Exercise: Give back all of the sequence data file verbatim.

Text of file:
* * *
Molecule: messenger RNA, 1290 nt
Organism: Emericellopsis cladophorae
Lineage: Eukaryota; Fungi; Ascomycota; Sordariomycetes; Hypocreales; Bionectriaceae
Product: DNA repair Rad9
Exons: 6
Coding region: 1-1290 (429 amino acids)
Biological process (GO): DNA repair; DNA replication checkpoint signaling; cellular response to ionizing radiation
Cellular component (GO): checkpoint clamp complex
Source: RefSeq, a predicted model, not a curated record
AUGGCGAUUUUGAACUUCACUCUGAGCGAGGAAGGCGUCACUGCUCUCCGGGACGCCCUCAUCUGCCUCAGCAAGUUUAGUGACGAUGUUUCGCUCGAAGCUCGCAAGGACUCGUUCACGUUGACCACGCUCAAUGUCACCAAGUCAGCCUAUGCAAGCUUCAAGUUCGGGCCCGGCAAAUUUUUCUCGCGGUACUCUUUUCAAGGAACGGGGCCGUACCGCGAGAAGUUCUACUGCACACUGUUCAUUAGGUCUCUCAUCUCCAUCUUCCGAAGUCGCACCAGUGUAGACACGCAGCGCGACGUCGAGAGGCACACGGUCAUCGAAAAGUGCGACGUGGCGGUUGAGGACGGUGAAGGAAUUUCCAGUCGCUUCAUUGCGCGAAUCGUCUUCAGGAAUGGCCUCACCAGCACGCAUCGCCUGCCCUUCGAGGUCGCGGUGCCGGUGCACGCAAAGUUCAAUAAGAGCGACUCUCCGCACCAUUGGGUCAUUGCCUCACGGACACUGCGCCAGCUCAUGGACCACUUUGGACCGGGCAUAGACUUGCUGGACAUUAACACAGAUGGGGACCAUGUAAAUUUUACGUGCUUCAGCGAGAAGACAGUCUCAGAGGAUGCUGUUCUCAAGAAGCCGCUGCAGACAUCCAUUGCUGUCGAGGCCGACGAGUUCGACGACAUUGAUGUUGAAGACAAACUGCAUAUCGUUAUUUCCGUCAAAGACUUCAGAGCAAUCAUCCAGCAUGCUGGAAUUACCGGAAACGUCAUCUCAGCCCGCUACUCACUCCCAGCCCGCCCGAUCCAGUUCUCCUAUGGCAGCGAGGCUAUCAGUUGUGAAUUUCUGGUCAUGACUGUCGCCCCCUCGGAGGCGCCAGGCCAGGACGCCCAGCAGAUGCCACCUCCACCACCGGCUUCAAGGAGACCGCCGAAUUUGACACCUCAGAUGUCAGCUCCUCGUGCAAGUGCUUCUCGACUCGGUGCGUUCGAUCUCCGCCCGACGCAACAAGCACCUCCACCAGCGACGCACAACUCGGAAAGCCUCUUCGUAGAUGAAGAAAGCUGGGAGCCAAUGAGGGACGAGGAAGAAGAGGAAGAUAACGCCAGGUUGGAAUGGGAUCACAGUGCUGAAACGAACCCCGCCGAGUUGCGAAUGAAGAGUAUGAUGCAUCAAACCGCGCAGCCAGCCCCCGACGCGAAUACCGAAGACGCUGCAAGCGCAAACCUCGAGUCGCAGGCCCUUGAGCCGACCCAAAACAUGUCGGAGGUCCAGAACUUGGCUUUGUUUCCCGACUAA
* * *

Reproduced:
Molecule: messenger RNA, 1290 nt
Organism: Emericellopsis cladophorae
Lineage: Eukaryota; Fungi; Ascomycota; Sordariomycetes; Hypocreales; Bionectriaceae
Product: DNA repair Rad9
Exons: 6
Coding region: 1-1290 (429 amino acids)
Biological process (GO): DNA repair; DNA replication checkpoint signaling; cellular response to ionizing radiation
Cellular component (GO): checkpoint clamp complex
Source: RefSeq, a predicted model, not a curated record
AUGGCGAUUUUGAACUUCACUCUGAGCGAGGAAGGCGUCACUGCUCUCCGGGACGCCCUCAUCUGCCUCAGCAAGUUUAGUGACGAUGUUUCGCUCGAAGCUCGCAAGGACUCGUUCACGUUGACCACGCUCAAUGUCACCAAGUCAGCCUAUGCAAGCUUCAAGUUCGGGCCCGGCAAAUUUUUCUCGCGGUACUCUUUUCAAGGAACGGGGCCGUACCGCGAGAAGUUCUACUGCACACUGUUCAUUAGGUCUCUCAUCUCCAUCUUCCGAAGUCGCACCAGUGUAGACACGCAGCGCGACGUCGAGAGGCACACGGUCAUCGAAAAGUGCGACGUGGCGGUUGAGGACGGUGAAGGAAUUUCCAGUCGCUUCAUUGCGCGAAUCGUCUUCAGGAAUGGCCUCACCAGCACGCAUCGCCUGCCCUUCGAGGUCGCGGUGCCGGUGCACGCAAAGUUCAAUAAGAGCGACUCUCCGCACCAUUGGGUCAUUGCCUCACGGACACUGCGCCAGCUCAUGGACCACUUUGGACCGGGCAUAGACUUGCUGGACAUUAACACAGAUGGGGACCAUGUAAAUUUUACGUGCUUCAGCGAGAAGACAGUCUCAGAGGAUGCUGUUCUCAAGAAGCCGCUGCAGACAUCCAUUGCUGUCGAGGCCGACGAGUUCGACGACAUUGAUGUUGAAGACAAACUGCAUAUCGUUAUUUCCGUCAAAGACUUCAGAGCAAUCAUCCAGCAUGCUGGAAUUACCGGAAACGUCAUCUCAGCCCGCUACUCACUCCCAGCCCGCCCGAUCCAGUUCUCCUAUGGCAGCGAGGCUAUCAGUUGUGAAUUUCUGGUCAUGACUGUCGCCCCCUCGGAGGCGCCAGGCCAGGACGCCCAGCAGAUGCCACCUCCACCACCGGCUUCAAGGAGACCGCCGAAUUUGACACCUCAGAUGUCAGCUCCUCGUGCAAGUGCUUCUCGACUCGGUGCGUUCGAUCUCCGCCCGACGCAACAAGCACCUCCACCAGCGACGCACAACUCGGAAAGCCUCUUCGUAGAUGAAGAAAGCUGGGAGCCAAUGAGGGACGAGGAAGAAGAGGAAGAUAACGCCAGGUUGGAAUGGGAUCACAGUGCUGAAACGAACCCCGCCGAGUUGCGAAUGAAGAGUAUGAUGCAUCAAACCGCGCAGCCAGCCCCCGACGCGAAUACCGAAGACGCUGCAAGCGCAAACCUCGAGUCGCAGGCCCUUGAGCCGACCCAAAACAUGUCGGAGGUCCAGAACUUGGCUUUGUUUCCCGACUAA